The Voice New Testament

April 21, 2010

bible / books

For the last month or so, instead of reading the NASB Bible I’ve had for the last few years, I’ve been reading The Voice New Testament, which I got through Thomas Nelson’s BookSneeze program for bloggers1. I’ve known about The Voice Project since it was announced a few years ago, and am excited about the (thus far unannounced) completion of the Hebrew Bible.

I wasn’t really sure how to go about reviewing this, so I decided not to read other versions for the sake of comparison, and also not to find out which authors were the contributors in any of the books I read. I got my copy during Passion Week, so I read the various accounts of the days of that week, and then continued through Acts and on to Romans, hoping to give myself a strong enough feel for the way the translation works.

So, to start: this Bible, if you are not familiar with it, is unique in the sense that there is a (fairly typical) team of scholars working to translate the Greek texts of the New Testament, and a (not at all typical) team of authors, pastors, musicians, artists, and so on working to write these texts into narrative, letter, or other form in current English, striving to maintain the personality and voice of the original authors as much as possible.

In doing this, steps are taken such as a screenplay format in narratives to show who is speaking, additions to the text (in italics) to provide information that would have been evident to folks to whom Scriptures were written, and some brief outline boxes that expand upon what is being said. This means that if you were attempting to be scholarly about a text you’d want to have another translation with which to compare things. Taking that to its logical conclusion, of course, you’d want to know Koine Greek and have a thorough knowledge of first century Middle Eastern culture.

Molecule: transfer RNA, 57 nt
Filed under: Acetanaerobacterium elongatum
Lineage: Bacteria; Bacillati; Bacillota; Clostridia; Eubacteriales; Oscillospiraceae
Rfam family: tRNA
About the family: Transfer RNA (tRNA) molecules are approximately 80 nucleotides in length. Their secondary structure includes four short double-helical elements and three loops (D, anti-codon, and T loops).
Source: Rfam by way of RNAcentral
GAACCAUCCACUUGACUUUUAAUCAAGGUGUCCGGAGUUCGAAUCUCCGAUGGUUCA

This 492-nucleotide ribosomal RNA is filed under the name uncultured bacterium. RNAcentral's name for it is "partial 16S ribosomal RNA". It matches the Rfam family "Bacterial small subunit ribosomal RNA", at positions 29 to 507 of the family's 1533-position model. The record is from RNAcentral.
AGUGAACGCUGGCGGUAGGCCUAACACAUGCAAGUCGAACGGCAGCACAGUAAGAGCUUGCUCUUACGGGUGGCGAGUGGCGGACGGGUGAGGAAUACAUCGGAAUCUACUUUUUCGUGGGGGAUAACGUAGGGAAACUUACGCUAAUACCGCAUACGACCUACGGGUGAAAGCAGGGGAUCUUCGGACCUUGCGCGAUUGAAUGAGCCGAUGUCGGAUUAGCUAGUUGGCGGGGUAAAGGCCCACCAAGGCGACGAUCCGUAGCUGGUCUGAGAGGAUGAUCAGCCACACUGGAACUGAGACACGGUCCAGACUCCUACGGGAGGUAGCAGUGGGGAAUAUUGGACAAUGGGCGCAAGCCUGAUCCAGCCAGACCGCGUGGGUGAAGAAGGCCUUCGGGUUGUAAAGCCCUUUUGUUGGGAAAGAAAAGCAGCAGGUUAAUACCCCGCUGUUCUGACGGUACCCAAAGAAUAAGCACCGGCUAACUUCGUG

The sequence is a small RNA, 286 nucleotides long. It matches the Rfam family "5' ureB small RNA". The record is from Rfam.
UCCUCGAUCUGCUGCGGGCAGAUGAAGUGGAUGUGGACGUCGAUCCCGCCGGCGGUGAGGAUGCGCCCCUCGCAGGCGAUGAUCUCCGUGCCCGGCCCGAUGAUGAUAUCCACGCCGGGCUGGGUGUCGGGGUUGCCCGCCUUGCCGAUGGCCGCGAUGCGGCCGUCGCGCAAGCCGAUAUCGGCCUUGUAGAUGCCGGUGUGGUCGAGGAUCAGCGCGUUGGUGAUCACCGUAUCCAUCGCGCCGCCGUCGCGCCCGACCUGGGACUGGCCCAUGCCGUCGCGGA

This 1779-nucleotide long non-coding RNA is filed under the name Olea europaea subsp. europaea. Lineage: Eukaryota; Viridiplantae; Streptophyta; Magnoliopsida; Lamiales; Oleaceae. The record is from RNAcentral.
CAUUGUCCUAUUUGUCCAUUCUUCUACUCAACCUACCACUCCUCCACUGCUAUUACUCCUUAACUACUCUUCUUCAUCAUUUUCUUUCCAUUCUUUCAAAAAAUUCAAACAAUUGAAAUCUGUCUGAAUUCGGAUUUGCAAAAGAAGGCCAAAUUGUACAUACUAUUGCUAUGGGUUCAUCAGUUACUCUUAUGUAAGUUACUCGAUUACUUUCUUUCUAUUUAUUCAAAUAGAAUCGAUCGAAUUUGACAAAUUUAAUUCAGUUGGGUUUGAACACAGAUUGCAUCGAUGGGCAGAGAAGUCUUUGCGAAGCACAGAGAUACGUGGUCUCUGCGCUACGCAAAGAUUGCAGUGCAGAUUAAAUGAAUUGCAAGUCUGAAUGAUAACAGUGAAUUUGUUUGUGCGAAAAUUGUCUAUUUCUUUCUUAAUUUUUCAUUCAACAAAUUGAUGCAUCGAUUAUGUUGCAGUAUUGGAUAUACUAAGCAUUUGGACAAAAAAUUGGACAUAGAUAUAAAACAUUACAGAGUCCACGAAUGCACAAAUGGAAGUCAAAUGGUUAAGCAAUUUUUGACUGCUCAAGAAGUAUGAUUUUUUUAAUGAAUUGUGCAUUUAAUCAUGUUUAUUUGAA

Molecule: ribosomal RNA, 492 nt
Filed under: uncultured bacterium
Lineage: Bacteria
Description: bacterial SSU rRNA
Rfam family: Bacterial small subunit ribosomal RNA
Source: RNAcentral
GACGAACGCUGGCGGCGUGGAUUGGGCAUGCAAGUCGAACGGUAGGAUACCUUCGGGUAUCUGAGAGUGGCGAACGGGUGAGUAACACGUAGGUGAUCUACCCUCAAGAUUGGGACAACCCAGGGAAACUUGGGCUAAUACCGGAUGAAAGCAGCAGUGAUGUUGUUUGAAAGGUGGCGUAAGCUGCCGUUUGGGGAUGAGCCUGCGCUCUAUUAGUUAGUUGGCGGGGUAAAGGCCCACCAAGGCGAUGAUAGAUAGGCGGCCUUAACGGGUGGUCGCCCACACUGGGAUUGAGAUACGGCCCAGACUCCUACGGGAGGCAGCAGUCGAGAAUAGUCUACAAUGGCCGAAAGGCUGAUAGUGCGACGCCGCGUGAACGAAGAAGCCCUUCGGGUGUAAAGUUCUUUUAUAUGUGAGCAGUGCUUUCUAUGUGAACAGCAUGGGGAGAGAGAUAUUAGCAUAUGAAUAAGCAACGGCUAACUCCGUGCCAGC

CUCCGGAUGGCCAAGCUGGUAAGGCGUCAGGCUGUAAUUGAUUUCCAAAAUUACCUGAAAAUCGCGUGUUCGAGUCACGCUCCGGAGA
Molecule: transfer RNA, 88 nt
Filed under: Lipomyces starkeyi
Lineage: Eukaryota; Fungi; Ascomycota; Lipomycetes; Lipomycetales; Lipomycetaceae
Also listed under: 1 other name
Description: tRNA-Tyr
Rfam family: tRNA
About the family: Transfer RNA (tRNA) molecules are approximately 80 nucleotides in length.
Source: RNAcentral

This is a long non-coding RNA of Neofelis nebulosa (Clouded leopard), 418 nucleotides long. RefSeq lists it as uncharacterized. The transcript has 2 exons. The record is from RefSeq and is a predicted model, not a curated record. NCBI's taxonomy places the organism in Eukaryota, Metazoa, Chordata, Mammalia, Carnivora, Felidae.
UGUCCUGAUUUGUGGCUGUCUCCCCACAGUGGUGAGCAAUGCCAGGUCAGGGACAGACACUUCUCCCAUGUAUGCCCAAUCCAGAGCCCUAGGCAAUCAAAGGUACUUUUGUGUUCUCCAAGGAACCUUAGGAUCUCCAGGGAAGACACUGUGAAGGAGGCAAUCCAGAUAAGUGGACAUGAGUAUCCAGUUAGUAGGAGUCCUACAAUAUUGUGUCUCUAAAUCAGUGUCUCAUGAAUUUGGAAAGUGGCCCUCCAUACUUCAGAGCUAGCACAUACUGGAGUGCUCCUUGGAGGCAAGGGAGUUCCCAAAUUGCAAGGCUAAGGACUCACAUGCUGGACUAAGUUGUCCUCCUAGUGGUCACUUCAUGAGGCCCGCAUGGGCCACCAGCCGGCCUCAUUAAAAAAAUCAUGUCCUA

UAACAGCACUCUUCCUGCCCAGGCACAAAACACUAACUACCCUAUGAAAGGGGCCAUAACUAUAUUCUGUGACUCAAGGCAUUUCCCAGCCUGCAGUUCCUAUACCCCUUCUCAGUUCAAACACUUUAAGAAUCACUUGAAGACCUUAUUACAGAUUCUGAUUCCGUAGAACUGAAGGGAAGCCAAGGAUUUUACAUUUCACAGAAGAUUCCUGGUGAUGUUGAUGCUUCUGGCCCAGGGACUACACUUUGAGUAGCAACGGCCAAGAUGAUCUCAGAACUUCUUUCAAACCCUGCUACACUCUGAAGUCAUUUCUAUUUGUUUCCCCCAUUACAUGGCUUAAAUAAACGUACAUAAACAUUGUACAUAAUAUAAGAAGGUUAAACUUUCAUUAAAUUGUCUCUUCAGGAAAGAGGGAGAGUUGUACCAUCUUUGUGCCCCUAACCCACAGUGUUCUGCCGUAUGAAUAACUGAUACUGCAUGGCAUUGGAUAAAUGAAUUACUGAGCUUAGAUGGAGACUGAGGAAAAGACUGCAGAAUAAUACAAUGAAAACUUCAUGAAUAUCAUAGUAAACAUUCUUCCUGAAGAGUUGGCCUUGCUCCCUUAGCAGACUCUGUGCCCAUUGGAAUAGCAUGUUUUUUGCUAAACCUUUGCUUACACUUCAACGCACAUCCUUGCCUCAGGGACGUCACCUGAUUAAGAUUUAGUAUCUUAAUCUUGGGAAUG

I took a class in college where half was Greek and half was Hebrew. I made, by far, the worst grade I’ve ever made in a class. I have at least a decent grasp of first century culture, but there’s certainly stuff that I don’t know, and most people would also claim this limitation of themselves. In light of how far removed we are from the world of the New Testament (in this case) and how hard it is to get there, I’d take criticisms that talk about the additions and clarifications used in this translation with a grain of salt.

I’ll close by noting one of the greatest strengths I’ve noticed. Certain words that some folks may be really attached to are taken away and replaced with other things (“Christ” is replaced with “Liberating King,” for example, and “righteousness” is often replaced with “justice”). These replacements do two things: they get rid of words that have such historical and cultural baggage that they have become shallow and thoughtlessly used, and they bring us back to the sense that the original hearers would have had when they heard these words. It’s fascinating, and well worth getting the translation just for that.

As I said, I didn’t find out who the modern text of any of the individual books were “written” by while I was reading them, though there are wonderful folks from Brian McLaren to Chris Seay to Matthew Paul Turner and others. All of them do wonderful things with these texts in different ways, and I’d encourage you to get it.

  1. In the interest of disclosure, I received the book for free, and am not required to write positively about it. []